A prison inmate (“Farrows-Shelley”), sued Correctional Services Canada (“CSC”) in negligence for allegedly allowing him to be double bunked with an individual who, Farrows-Shelley suspected, was known to have proclivities to violence and to be infected with hepatitis C and HIV. The Federal Court of Canada dismissed the action, holding that there was no evidence to establish a violent tendency on the part of Leonard Welch, and that there was no evidence that he was indeed infected with hepatitis C and HIV. The court refused to accept the argument of the Plaintiff that this should be a test case to expand the law, in recognising a duty to warn as distinct from a duty to protect.

24. June 2003 0

Administrative law – Prisons – Dangerous prisoners – Duty to protect – Duty to warn

Farrows-Shelley v. Canada, [2003] F.C.J. No. 574, Federal Court of Canada – Trial Division, April 8, 2003, Aronovitch, Prothonotary

The court quoted the decision of Jane Doe v. Metropolitan Toronto (Municipality) Commissioners of Police, [1998] O.J. No. 2681, wherein the court stated:

In my view, the police failed utterly in their duty to protect these women and the plaintiff in particular from the serial rapist the police knew to be in their midst by failing to warn so that they may have had the opportunity to take steps to protect themselves.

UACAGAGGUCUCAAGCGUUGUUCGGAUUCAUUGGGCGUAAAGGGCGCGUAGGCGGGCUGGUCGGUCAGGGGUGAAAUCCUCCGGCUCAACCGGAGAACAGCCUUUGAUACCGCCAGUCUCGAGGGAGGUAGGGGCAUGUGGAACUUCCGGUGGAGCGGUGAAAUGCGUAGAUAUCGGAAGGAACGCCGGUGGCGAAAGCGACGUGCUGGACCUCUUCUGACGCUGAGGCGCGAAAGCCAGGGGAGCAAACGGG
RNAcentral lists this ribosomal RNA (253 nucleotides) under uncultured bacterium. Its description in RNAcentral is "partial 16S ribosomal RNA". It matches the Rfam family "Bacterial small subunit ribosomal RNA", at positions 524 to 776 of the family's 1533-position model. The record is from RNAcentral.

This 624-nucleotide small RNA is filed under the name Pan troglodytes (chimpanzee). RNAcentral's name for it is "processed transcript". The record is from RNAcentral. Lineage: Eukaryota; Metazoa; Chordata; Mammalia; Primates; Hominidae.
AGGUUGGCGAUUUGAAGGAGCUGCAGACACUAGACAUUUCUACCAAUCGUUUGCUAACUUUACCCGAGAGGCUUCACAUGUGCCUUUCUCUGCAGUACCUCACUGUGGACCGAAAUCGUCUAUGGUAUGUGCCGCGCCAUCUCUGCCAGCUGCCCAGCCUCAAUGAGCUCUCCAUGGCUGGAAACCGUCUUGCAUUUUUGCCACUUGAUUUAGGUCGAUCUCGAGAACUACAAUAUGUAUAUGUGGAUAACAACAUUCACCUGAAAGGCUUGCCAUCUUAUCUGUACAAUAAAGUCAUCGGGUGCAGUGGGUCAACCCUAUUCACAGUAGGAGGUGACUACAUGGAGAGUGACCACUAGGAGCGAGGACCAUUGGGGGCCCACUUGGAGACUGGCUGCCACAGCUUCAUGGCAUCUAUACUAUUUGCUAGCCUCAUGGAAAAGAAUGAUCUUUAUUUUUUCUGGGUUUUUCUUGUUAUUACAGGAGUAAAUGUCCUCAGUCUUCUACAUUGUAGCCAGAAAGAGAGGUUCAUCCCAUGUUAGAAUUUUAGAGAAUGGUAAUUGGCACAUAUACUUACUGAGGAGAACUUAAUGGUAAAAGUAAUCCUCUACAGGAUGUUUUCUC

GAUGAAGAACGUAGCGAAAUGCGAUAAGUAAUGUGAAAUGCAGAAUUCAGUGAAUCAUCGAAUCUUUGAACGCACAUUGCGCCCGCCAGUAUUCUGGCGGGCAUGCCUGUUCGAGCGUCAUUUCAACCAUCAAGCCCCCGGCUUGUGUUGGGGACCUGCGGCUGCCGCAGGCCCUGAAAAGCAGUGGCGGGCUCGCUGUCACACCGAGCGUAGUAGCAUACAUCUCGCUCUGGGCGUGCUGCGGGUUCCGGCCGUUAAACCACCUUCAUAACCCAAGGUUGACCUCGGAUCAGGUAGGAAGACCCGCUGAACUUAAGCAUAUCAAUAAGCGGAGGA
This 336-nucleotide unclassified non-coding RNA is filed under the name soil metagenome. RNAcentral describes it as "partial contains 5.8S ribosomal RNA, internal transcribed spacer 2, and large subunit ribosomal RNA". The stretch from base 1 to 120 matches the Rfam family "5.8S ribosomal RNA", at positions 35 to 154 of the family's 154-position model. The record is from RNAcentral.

The court held that such a duty to warn was merely one element of the duty to protect, and that no warning was warranted in the circumstances.

CSC’s policy that an inmate’s medical information should be treated as private personal information, and that the right to privacy be balanced with the protection of the prison population, was considered by the court.

The action was dismissed, with the court finding the CSC did not have a duty to warn Farrows-Shelley, as he had not discharged the onus of proving the fundamental elements required to found a duty to warn, namely a clear and foreseeable danger to him in sharing a cell with Welch, that would have been known to CSC.

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